The structures surrounding the Katz’s Delicatessen have been soaring to all kinds of new luxury condo heights for some time — just look here for the current state of things — and now with the inexorable rush to crowd Houston and Ludlow Streets with the tallest buildings city zoning will permit comes the news that the venerable, 126-year-old restaurant has sold its air rights. The buyer, along with the details, have not yet been identified, but Katz’s proprietor Jake Dell says the pastrami sandwiches will keep on coming no matter what happens.
Dell tells the Lo-Down that the move was entirely preservation-minded:
The most important thing is that the future of Katz’s is secure — at the end of the day, no developer can ever come in and knock us down to put in a high rise. At no point will anyone value the corner of Houston and Ludlow for anything other than Katz’s Delicatessen. A year after our 125th anniversary, this will help ensure that we can see our 150th, and hopefully many more to come.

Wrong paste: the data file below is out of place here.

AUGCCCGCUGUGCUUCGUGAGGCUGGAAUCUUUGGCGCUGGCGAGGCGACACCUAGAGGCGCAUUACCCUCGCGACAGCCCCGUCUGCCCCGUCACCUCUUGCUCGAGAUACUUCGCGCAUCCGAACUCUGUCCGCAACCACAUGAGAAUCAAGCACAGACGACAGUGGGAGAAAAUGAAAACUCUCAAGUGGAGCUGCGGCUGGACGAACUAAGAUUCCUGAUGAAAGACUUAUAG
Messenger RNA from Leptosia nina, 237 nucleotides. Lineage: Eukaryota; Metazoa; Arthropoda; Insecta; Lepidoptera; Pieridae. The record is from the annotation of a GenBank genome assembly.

The blog reports that in a phone conversation, Dell said that while he could not discuss specifics of the deal, Katz’s Delicatessen would "not be closed for a single day" going forward. Speculation is that a parcel of adjacent buildings that will likely be demolished in advance of a new construction may ultimately give rise to a cantilevered building. Earlier this year, Katz’s immediate neighbors, including Bereket and Philly’s Cheese Steak, closed after they were purchased by real estate developer Ben Shaoul. This morning, the blog Bowery Boogie reported that Taqueria on Orchard Street will also relocate.
Katz’s Delicatessen has had a rough few months: A water-main break damaged its basement and ruined a few lunch hours back in May, and Dell has said the endless construction on East Houston Street has at times literally impeded customer access to the restaurant’s front door. Its current situation echoes that of Brooklyn cheesecake destination Junior’s, which is thought to be closing temporarily in advance of a new tower that may reach 50 stories.